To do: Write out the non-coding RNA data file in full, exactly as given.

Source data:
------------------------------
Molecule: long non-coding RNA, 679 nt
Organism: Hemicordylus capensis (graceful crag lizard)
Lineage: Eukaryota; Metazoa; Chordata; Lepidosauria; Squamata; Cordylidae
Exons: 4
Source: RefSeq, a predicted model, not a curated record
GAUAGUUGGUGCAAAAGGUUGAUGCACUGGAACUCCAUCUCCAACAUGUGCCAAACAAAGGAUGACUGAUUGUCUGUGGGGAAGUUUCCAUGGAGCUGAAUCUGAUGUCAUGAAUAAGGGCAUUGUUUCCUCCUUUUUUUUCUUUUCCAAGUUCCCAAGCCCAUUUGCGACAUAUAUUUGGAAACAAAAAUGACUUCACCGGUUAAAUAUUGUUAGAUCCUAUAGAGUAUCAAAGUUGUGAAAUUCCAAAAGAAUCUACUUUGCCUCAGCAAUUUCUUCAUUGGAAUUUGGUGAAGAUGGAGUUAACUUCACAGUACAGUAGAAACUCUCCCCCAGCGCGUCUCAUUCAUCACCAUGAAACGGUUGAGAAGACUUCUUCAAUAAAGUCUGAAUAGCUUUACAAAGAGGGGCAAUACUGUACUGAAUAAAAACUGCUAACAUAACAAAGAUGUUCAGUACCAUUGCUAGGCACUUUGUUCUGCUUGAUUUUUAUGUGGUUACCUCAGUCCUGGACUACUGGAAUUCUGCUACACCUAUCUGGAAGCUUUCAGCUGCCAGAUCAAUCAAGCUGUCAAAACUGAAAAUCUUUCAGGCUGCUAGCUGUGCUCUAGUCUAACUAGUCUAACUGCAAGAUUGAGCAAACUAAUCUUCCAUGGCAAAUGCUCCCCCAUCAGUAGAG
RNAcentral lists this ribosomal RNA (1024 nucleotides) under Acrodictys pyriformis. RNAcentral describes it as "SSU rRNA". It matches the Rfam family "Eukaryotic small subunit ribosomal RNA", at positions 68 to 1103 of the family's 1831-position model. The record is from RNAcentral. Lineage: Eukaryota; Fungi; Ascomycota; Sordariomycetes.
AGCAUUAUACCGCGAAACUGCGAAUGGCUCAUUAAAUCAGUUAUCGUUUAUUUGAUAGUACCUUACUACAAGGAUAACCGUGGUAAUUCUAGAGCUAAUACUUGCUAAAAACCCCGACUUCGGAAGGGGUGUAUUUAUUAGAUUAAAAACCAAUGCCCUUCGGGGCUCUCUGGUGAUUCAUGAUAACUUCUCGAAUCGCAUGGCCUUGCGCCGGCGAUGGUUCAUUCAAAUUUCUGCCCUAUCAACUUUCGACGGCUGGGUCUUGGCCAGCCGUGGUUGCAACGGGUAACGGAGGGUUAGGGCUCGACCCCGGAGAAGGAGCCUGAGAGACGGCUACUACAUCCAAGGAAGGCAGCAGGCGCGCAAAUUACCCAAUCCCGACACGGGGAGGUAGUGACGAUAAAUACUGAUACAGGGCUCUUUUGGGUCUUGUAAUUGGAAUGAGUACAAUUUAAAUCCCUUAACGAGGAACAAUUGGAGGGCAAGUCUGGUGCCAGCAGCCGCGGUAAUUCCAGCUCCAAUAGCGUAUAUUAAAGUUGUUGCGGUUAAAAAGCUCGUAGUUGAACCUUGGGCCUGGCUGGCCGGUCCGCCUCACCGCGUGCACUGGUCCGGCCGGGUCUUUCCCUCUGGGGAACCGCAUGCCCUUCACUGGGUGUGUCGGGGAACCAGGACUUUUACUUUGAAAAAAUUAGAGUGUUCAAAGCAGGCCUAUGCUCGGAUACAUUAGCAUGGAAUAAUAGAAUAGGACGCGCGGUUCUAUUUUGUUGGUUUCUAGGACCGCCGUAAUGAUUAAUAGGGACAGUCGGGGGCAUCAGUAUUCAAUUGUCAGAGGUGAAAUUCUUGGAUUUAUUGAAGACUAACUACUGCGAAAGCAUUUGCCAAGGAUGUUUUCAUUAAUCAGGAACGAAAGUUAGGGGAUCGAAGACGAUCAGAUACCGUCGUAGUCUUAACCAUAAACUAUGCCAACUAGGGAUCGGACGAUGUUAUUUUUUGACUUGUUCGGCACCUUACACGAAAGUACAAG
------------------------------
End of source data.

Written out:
Molecule: long non-coding RNA, 679 nt
Organism: Hemicordylus capensis (graceful crag lizard)
Lineage: Eukaryota; Metazoa; Chordata; Lepidosauria; Squamata; Cordylidae
Exons: 4
Source: RefSeq, a predicted model, not a curated record
GAUAGUUGGUGCAAAAGGUUGAUGCACUGGAACUCCAUCUCCAACAUGUGCCAAACAAAGGAUGACUGAUUGUCUGUGGGGAAGUUUCCAUGGAGCUGAAUCUGAUGUCAUGAAUAAGGGCAUUGUUUCCUCCUUUUUUUUCUUUUCCAAGUUCCCAAGCCCAUUUGCGACAUAUAUUUGGAAACAAAAAUGACUUCACCGGUUAAAUAUUGUUAGAUCCUAUAGAGUAUCAAAGUUGUGAAAUUCCAAAAGAAUCUACUUUGCCUCAGCAAUUUCUUCAUUGGAAUUUGGUGAAGAUGGAGUUAACUUCACAGUACAGUAGAAACUCUCCCCCAGCGCGUCUCAUUCAUCACCAUGAAACGGUUGAGAAGACUUCUUCAAUAAAGUCUGAAUAGCUUUACAAAGAGGGGCAAUACUGUACUGAAUAAAAACUGCUAACAUAACAAAGAUGUUCAGUACCAUUGCUAGGCACUUUGUUCUGCUUGAUUUUUAUGUGGUUACCUCAGUCCUGGACUACUGGAAUUCUGCUACACCUAUCUGGAAGCUUUCAGCUGCCAGAUCAAUCAAGCUGUCAAAACUGAAAAUCUUUCAGGCUGCUAGCUGUGCUCUAGUCUAACUAGUCUAACUGCAAGAUUGAGCAAACUAAUCUUCCAUGGCAAAUGCUCCCCCAUCAGUAGAG
RNAcentral lists this ribosomal RNA (1024 nucleotides) under Acrodictys pyriformis. RNAcentral describes it as "SSU rRNA". It matches the Rfam family "Eukaryotic small subunit ribosomal RNA", at positions 68 to 1103 of the family's 1831-position model. The record is from RNAcentral. Lineage: Eukaryota; Fungi; Ascomycota; Sordariomycetes.
AGCAUUAUACCGCGAAACUGCGAAUGGCUCAUUAAAUCAGUUAUCGUUUAUUUGAUAGUACCUUACUACAAGGAUAACCGUGGUAAUUCUAGAGCUAAUACUUGCUAAAAACCCCGACUUCGGAAGGGGUGUAUUUAUUAGAUUAAAAACCAAUGCCCUUCGGGGCUCUCUGGUGAUUCAUGAUAACUUCUCGAAUCGCAUGGCCUUGCGCCGGCGAUGGUUCAUUCAAAUUUCUGCCCUAUCAACUUUCGACGGCUGGGUCUUGGCCAGCCGUGGUUGCAACGGGUAACGGAGGGUUAGGGCUCGACCCCGGAGAAGGAGCCUGAGAGACGGCUACUACAUCCAAGGAAGGCAGCAGGCGCGCAAAUUACCCAAUCCCGACACGGGGAGGUAGUGACGAUAAAUACUGAUACAGGGCUCUUUUGGGUCUUGUAAUUGGAAUGAGUACAAUUUAAAUCCCUUAACGAGGAACAAUUGGAGGGCAAGUCUGGUGCCAGCAGCCGCGGUAAUUCCAGCUCCAAUAGCGUAUAUUAAAGUUGUUGCGGUUAAAAAGCUCGUAGUUGAACCUUGGGCCUGGCUGGCCGGUCCGCCUCACCGCGUGCACUGGUCCGGCCGGGUCUUUCCCUCUGGGGAACCGCAUGCCCUUCACUGGGUGUGUCGGGGAACCAGGACUUUUACUUUGAAAAAAUUAGAGUGUUCAAAGCAGGCCUAUGCUCGGAUACAUUAGCAUGGAAUAAUAGAAUAGGACGCGCGGUUCUAUUUUGUUGGUUUCUAGGACCGCCGUAAUGAUUAAUAGGGACAGUCGGGGGCAUCAGUAUUCAAUUGUCAGAGGUGAAAUUCUUGGAUUUAUUGAAGACUAACUACUGCGAAAGCAUUUGCCAAGGAUGUUUUCAUUAAUCAGGAACGAAAGUUAGGGGAUCGAAGACGAUCAGAUACCGUCGUAGUCUUAACCAUAAACUAUGCCAACUAGGGAUCGGACGAUGUUAUUUUUUGACUUGUUCGGCACCUUACACGAAAGUACAAG